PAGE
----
Recently Scott Sheppard from Autodesk blogged about Docupoint Discovery, an intranet/Internet search engine for AutoCAD files. It works by parsing binary AutoCAD files and indexing their textual and numerical content. Whilst it is not super intelligent (i.e. it doesn't make spacial assumptions based on the actual models submitted) it does help Autodesk workgroup users find information faster. The upshot of the Docupoint Discovery system is that you don't actually need a copy of AutoCAD, it reads the binary files into the index and if you need a quick preview it uses Autodesk's own DWF viewer technology to show it to you (now that is really helpful).
A similar set of functionality can be provided if you are an ArchiCAD Mac user by harnessing OSX's Spotlight functionality and the freely available ArchiCAD Spotlight plug-in. With this plug-in installed OSX can index all your ArchiCAD files (alongside all the other relevant project data like PDF files). Then with the next version of OSX (Leopard) or the open-source Weblight server you can search your Spotlight index on the intranet/Internet via a web browser. It does not offer the DWF-based preview option of Docupoint Discovery but for a zero-cost, minimum configuration solution it is not too shabby.
Personally I can envision these services operating very successfully if a services orientated architecture approach was taken and appropriate plug-ins were provided within CAD software. For example it would be ideal if AutoCAD was capable of generating its own DWF preview and submiting this plus the indexable data over a secure connection to a remote, hosted search service. Such a capability would remove the need for dedicated search infrastructure within the architecture office and provide a level of universal searching across CAD formats that was previously achieved only with text data such as HTML, PDF and Office documents.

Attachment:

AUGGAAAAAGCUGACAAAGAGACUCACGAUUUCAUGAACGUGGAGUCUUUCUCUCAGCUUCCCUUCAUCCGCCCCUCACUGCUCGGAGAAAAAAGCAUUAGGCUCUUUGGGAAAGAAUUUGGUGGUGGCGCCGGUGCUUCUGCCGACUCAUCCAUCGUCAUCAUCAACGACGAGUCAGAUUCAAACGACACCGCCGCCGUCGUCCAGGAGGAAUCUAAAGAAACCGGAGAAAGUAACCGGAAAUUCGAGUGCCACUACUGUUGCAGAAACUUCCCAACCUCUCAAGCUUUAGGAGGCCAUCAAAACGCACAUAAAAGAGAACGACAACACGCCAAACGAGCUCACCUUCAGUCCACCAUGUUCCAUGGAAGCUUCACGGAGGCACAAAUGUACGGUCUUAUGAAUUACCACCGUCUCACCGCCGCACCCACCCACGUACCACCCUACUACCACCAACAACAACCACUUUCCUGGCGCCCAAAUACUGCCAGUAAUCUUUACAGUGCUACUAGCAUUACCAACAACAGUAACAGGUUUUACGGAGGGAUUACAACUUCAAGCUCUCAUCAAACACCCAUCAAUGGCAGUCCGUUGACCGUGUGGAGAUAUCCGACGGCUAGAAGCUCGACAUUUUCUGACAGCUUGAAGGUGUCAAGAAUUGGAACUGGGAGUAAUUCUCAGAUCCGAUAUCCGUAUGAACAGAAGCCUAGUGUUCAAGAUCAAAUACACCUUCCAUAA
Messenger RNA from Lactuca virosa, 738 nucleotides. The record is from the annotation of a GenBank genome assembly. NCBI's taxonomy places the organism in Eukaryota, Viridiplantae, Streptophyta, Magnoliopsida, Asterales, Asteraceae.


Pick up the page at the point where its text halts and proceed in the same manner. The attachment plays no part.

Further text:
These search services could be operated by CAD vendors, external parties (i.e. Flikr style) or using a traditional internally maintained server model. Search results would be exposed via a Google style interface with 3D preview (in DWF/PDF depending on what is submitted) or via RSS using the OpenSearch standard. Unlike conventional Internet search engines content would be pushed to the search indexes rather than automatically gathered by automated Web spiders. This system would give content owners more control over what data files are submitted to the index and the frequency at which this process would occur. From a technical perspective this is very similar to how successful, real-time Web search engines like Technorati behave today.
Such an architecture would have a three significant benefits. Firstly users would feel comfortable using these search services as their valuable intellectual property are not being handled (or stored) by a third party. This is because all that would be exposed to the third party is the search index details and a relatively worthless (in I.P terms) 3D preview. In theory industry adoption would be relatively high given this level of data security, the low (if not free) operating costs and the relative ease by which such a service could be utilised. This widespread adoption would enable teams of people in different offices or companies to immediately gain the benefits of searchable CAD data without having to invest in expensive, internal infrastructure. Finally by exposing search results in a standard format (such as OpenSearch) AEC professionals would be able to cross the vendor barriers currently enforced when it comes to managing files of different types. Whilst a Bentley user may not be able to open the Autodesk file they would still gain important insight into what it was about (via the indexed metadata) and what it was like (via the 3D preview).
As these search services would not host the actual data file responsibilty for granting access would be in the hands of the file owner. In close working relationships the data file maybe located on a shared network drive whilst in remote situations (physically or professionally) access would be requested from the file owner via email or via some form of file transfer medium (instant messaging, FTP, etc).